Asteroids and comets are the remnants of the Solar System's early assembly. Their history of accretion, collisions, and perturbation by existing and vanished giant planets is preserved in their orbital elements and size distributions. Rubin has the potential to discover the nearest (Near Earth Objects; NEOs) and the most distant (Trans Neptunian Objects; TNOs) asteroid populations, mapping the Solar System in unprecedented detail. The discoveries we expect from this framework include: (a) detection and impact probabilities for ~80% of NEOs with sizes over 140m (the impact of which would cause devastation on a regional scale); (b) the discovery of interstellar objects as they pass through the Solar System; (c) a 10-fold increase in the number of known TNOs, which can elucidate the evolution and origin of the Solar System; and (d) the ability to find objects that originate from the inner Oort Cloud and potentially additional planets beyond 100 au (astronomical units).

Supporting these science questions requires key functionality: (a) a scalable moving object linking service to identify asteroids that the Rubin image processing pipelines missed, and cross-link with other surveys; (b) a detection pipeline for distant Solar System objects capable of detecting and characterizing the orbits of asteroids or planets >100 au from the Sun; (c) an integrator suite for large dynamical computations to predict positions of asteroids (including uncertainty); (e) light curve fitting applications that can characterize the shapes and compositions of asteroids; (f) algorithms to automatically search and analyze the LSST alert stream to detect activity and outbursts from comets; (g) infrastructure to coordinate and disseminate follow-up observations of NEOs or other timely events.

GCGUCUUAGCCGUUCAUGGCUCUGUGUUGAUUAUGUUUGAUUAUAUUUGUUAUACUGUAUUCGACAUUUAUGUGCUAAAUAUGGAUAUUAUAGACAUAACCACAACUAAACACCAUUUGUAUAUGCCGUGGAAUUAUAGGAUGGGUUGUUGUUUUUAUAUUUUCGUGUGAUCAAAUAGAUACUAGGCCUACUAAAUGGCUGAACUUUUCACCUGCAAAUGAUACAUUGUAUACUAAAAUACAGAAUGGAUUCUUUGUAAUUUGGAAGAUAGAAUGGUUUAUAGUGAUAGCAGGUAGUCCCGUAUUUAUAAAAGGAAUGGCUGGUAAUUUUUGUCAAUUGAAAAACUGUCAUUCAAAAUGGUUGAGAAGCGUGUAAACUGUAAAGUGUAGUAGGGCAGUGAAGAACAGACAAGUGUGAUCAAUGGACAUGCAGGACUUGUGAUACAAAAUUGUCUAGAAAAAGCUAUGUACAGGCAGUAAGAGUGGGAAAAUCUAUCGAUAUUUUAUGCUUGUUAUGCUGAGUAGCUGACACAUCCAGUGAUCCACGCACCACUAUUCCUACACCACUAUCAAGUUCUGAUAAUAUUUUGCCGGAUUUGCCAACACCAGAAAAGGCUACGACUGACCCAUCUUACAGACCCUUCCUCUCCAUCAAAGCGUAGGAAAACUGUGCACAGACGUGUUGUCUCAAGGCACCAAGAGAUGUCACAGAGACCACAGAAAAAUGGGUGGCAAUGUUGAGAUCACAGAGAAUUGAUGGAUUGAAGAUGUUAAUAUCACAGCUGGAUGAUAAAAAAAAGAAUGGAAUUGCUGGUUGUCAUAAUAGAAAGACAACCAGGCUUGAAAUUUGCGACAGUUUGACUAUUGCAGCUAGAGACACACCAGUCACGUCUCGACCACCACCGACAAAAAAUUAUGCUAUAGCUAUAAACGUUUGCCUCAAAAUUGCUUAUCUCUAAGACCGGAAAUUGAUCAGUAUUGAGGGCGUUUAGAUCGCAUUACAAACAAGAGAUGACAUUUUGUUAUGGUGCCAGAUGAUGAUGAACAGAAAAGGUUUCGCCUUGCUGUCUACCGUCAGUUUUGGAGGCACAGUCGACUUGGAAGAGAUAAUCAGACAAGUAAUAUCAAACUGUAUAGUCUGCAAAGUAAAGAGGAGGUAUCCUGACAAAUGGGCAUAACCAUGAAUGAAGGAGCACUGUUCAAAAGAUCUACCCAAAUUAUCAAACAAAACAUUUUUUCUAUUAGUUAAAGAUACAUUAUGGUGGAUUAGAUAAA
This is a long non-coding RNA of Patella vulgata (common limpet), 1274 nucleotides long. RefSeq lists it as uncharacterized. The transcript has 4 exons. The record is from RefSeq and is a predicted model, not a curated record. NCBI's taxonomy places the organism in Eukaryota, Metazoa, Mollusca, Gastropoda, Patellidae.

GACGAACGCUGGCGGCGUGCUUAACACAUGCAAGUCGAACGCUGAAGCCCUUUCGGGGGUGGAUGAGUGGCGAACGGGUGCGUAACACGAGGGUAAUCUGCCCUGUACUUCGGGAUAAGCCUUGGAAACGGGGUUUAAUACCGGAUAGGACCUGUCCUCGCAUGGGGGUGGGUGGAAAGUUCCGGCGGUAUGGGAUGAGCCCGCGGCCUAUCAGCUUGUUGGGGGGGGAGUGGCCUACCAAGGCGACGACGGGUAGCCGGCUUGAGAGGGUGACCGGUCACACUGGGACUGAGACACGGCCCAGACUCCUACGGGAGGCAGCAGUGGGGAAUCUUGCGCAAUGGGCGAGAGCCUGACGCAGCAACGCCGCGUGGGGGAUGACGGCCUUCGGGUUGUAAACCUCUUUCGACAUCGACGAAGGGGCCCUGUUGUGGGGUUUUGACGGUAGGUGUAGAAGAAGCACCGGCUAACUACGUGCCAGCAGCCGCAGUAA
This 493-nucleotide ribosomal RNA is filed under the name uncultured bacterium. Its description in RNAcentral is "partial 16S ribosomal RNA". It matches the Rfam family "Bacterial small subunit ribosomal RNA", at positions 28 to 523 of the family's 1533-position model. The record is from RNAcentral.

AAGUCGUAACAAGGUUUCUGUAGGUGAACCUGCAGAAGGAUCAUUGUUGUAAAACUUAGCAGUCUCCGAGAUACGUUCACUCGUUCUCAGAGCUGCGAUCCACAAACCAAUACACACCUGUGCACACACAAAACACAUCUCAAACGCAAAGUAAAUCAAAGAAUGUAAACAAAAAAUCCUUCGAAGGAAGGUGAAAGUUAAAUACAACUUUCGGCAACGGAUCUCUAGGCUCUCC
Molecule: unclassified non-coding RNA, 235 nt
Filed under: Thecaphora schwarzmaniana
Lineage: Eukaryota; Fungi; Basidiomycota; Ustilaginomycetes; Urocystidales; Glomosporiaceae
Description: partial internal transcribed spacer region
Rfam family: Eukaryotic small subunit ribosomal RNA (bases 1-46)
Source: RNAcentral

A framework for time domain science